Supernovas destroy worlds as stars blast apart planetary systems. Using the Nuclear Spectroscopic Telescope Array, or NuSTAR observatory in space, astronomers may now know what causes these tremendous explosions.
NuSTAR is a X-ray telescope with the ability to record maps showing radioactive gases that remain after a supernova explosion. It is the first instrument able to look into the core of a supernova remnant. The craft was launched in 2012, orbiting 300 miles above the Earth.
Like living beings, stars are born, live out their lives, and perish as they run out of gas. Which process the star follows while meeting its fate depends entirely on the object's mass. Massive stars explode in a massive supernova. Exactly how these are triggered, however, remained unanswered since the early 20th century.
"This has been a mystery for many decades. When physicists try to run computer codes to see how stars explode, they can't make it happen but we know it's something that happens robustly," Fiona Harrison, NuSTAR principal investigator, told the Daily News.
Researchers looking for the causes of these events began studying Cassiopeia A. They compared images of the supernova remains to computer simulations. The presence and movement of several materials was measured, including titanium, iron, magnesium and silicon. Harrison and her team looked at how materials are dispersed throughout space during these events. While titanium behaved much as predicted in computer models, real-world actions of nickel and iron were far different than suggested.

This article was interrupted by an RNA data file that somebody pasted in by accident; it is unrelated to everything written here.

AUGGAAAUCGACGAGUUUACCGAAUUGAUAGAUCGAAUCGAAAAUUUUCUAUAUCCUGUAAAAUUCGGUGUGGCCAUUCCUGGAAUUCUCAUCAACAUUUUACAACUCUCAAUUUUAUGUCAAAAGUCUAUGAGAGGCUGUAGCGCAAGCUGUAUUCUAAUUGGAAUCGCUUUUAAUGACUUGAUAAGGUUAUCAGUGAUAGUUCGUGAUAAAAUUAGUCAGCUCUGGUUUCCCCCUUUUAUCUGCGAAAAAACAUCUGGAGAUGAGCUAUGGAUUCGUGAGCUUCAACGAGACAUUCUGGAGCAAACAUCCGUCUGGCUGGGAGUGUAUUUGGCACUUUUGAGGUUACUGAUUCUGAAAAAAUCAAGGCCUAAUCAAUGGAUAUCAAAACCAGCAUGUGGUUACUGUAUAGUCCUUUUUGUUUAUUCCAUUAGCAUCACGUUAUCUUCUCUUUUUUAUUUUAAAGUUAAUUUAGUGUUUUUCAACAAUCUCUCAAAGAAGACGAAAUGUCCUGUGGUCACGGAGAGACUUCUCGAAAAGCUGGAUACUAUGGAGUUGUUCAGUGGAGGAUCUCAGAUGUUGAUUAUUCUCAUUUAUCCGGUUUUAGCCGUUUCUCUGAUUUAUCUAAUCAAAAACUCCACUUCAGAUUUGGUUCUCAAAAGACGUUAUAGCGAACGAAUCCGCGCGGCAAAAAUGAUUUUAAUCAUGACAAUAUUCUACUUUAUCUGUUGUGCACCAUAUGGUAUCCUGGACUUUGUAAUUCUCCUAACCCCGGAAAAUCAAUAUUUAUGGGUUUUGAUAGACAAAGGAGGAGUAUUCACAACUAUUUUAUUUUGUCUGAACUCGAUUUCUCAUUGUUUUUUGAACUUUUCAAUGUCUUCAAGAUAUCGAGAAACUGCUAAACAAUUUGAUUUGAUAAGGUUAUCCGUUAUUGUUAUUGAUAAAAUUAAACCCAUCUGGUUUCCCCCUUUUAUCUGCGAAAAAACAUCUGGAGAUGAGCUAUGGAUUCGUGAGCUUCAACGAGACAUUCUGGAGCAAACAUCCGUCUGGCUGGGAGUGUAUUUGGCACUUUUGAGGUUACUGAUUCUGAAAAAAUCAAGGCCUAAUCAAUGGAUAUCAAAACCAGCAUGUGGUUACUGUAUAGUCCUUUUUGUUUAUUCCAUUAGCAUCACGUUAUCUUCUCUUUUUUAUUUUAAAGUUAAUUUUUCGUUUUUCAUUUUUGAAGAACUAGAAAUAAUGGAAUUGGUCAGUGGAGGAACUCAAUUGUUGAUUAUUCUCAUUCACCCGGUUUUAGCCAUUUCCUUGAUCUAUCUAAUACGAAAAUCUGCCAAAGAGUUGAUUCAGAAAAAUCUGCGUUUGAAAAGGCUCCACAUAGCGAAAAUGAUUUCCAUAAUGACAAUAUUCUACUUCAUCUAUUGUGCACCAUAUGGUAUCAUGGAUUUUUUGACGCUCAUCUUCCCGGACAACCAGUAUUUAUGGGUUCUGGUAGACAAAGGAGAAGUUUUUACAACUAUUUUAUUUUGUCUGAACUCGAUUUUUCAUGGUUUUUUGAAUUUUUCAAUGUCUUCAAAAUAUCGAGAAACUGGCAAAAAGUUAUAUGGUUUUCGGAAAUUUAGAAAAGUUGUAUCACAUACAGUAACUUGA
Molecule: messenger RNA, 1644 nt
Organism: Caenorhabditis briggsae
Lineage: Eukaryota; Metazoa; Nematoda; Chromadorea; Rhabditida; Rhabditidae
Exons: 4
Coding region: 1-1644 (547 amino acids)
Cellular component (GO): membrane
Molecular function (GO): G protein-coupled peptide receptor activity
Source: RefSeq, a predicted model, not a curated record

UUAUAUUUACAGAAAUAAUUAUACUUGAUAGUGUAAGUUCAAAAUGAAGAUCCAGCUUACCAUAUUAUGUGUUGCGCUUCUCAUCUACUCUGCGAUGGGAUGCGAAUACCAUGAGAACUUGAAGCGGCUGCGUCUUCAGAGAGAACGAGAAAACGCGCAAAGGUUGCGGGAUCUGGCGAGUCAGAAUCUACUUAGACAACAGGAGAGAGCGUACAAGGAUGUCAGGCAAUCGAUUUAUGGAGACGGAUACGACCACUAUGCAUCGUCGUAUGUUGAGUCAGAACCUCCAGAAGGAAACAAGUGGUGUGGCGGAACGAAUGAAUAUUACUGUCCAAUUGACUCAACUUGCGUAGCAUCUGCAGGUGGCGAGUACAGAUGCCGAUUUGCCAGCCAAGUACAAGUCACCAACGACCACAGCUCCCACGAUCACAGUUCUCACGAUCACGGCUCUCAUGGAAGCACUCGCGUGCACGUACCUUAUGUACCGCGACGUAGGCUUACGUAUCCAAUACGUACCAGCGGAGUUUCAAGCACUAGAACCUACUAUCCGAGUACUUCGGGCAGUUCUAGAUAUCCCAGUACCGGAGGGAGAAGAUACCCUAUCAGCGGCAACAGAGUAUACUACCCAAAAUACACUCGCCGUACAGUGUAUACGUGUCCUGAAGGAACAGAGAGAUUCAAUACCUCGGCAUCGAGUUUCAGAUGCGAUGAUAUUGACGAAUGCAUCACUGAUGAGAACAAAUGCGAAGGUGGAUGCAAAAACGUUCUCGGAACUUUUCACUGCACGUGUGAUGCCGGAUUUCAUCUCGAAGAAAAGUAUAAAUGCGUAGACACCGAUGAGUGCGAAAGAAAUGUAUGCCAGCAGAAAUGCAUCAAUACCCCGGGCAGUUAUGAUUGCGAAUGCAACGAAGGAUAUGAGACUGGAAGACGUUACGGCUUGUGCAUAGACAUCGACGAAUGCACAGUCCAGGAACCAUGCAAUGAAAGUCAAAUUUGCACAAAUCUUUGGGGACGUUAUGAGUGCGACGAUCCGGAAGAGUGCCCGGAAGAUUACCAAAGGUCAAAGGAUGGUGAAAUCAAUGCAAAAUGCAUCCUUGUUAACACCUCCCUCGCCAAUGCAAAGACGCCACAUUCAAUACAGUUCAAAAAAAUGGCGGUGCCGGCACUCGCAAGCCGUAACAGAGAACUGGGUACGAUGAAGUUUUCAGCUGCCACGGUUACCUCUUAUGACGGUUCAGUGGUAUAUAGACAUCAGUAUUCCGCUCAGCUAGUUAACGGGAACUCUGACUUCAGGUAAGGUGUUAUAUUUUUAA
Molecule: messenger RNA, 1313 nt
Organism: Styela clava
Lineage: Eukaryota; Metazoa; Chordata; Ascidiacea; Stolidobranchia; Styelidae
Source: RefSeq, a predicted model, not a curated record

"Stars are spherical balls of gas, and so you might think that when they end their lives and explode, that explosion would look like a uniform ball expanding out with great power. Our new results show how the explosion's heart, or engine, is distorted, possibly because the inner regions literally slosh around before detonating," Harrison said.
In computer models, shock waves stalled, halting the process. During the real-life event, bubbles formed as the core sloshed around. These ruptured, adding energy to this pressure wave, shattering the star in a cataclysmic event.
The explosion of the star, which created the supernova, took place 600 years ago. It lies 300 light years from Earth, so the light from that event reached our world 300 years ago, possibly in 1680. It was not seen by most people, due to gas and dust surrounding the explosion.
Supernovas are the ultimate source of every element in the Universe, except for hydrogen, helium and lithium. The oxygen, calcium, and carbon in our bodies were all created in these massive explosions.
Underlying mechanisms of supernovas were profiled in the journal Nature on 20 February.